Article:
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SICP exercise 1.28

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Problem

One variant of the Fermat test that cannot be fooled is called the Miller-Rabin test (Miller 1976; Rabin 1980). This starts from an alternate form of Fermat's Little Theorem, which states that if n is a prime number and a is any positive integer less than n, then a raised to the (n - 1)st power is congruent to 1 modulo n. To test the primality of a number n by the Miller-Rabin test, we pick a random number a < n and raise a to the (n - 1)st power modulo n using the expmod procedure. However, whenever we perform the squaring step in expmod, we check to see if we have discovered a "nontrivial square root of 1 modulo n," that is, a number not equal to 1 or n - 1 whose square is equal to 1 modulo n. It is possible to prove that if such a nontrivial square root of 1 exists, then n is not prime. It is also possible to prove that if n is an odd number that is not prime, then, for at least half the numbers a < n, computing an − 1 in this way will reveal a nontrivial square root of 1 modulo n. (This is why the Miller-Rabin test cannot be fooled.) Modify the expmod procedure to signal if it discovers a nontrivial square root of 1, and use this to implement the Miller-Rabin test with a procedure analogous to fermat-test. Check your procedure by testing various known primes and non-primes. Hint: One convenient way to make expmod signal is to have it return 0.

Solution

Here's the expmod procedure modified for the Miller-Rabin test. Note that 1 modulo n is 1 for all n>1.

(define (expmod base exp m)
  (cond ((= exp 0) 1)
        ((even? exp)
         (check-nontrivial-sqrt (expmod base (/ exp 2) m) m))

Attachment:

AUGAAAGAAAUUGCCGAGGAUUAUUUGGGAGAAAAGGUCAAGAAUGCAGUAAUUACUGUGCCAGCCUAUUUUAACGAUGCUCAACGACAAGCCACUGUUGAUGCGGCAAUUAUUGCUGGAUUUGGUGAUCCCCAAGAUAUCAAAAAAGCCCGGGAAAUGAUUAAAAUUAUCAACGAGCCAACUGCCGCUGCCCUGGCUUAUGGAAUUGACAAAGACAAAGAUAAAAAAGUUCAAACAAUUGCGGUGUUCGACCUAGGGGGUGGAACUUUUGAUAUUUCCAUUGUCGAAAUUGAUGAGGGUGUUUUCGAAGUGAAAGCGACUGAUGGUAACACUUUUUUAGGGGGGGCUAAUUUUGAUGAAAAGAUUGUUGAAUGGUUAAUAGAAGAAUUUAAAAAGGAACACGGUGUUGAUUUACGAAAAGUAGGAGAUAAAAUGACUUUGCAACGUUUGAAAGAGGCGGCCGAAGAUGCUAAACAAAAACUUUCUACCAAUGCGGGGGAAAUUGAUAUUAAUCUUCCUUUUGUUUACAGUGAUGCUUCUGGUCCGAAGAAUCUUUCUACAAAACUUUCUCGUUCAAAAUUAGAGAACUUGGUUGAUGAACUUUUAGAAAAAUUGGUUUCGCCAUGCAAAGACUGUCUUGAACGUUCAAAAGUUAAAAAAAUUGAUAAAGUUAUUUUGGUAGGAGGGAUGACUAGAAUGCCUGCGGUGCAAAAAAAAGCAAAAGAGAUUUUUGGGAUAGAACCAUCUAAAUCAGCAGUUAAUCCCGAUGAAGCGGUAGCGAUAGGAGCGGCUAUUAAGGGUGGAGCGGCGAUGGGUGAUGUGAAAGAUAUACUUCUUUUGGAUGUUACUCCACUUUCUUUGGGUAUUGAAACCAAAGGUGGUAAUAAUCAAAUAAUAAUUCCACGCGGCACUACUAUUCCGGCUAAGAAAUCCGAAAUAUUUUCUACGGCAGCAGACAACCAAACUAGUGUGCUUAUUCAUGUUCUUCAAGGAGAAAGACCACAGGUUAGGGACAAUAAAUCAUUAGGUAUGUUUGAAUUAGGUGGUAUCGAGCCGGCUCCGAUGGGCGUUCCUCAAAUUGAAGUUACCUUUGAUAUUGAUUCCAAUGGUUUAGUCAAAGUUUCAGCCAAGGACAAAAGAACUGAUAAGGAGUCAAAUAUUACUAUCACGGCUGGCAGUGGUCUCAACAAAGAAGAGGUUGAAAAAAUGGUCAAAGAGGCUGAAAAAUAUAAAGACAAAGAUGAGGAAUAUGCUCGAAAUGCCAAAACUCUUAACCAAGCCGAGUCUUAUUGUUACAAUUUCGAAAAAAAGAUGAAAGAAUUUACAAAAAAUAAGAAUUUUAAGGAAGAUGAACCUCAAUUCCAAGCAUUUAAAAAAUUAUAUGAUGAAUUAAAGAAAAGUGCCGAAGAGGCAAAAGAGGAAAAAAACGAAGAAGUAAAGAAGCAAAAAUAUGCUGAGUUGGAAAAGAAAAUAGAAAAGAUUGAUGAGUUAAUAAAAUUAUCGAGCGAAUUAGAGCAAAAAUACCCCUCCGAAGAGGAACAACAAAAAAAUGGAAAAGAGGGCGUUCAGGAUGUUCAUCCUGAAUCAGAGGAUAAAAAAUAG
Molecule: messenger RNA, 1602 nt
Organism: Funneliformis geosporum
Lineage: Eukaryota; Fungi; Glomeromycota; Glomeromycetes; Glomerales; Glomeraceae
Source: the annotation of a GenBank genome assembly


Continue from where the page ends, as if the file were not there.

(else
         (remainder (* base (expmod base (- exp 1) m))
                    m))))

This helper procedure returns 0 if n is a non-trival square root of 1 modulo m, otherwise it returns the square of n modulo m. This procedure is a lot easier to write efficiently if we cheat a bit and use the let special form, which isn't introduced until section 1.3.2 of the text.

(define (check-nontrivial-sqrt n m)
  (let ((x (remainder (square n) m)))
    (if (and (not (= n 1)) (not (= n (- m 1))) (= x 1))
        0
        x)))

Here's a procedure which tests a number for primality via the Miller-Rabin test. Note that the text states that one of the proofs only applies to odd numbers, so the prime test checks for even numbers (excepting 2, which is prime) before employing the Miller-Rabin test.

(define true #t)
 
(define false #f)
 
(define (miller-rabin-test n a)
  (= (expmod a (- n 1) n) 1))
 
(define (prime? n)
  (cond ((= n 2) #t)
        ((even? n) #f)
        (else
         (prime-helper n (- n 1)))))
 
(define (prime-helper n a)
  (cond ((= a 0) #t)
        ((miller-rabin-test n a) (miller-rabin-test n (- a 1)))
        (else #f)))

Tests:

(prime? 1)

Output:

#t
(prime? 2)

Output:

#t
(prime? 3)

Output:

#t
(prime? 4)

Output:

#f
(prime? 5)

Output:

#t
(prime? 7)

Output:

#t
(prime? 9)

Output:

#f
(prime? 11)

Output:

#t
(prime? 13)

Output:

#t
(prime? 15)

Output:

#f
(prime? 109)

Output:

#t
(prime? 111)

Output:

#f


Now check some Carmichael numbers. All of these tests should return #f.

(prime? 561)

Output:

#f
(prime? 1105)

Output:

#f
(prime? 1729)

Output:

#f
(prime? 2465)

Output:

#f
(prime? 2821)

Output:

#f
(prime? 6601)

Output:

#f
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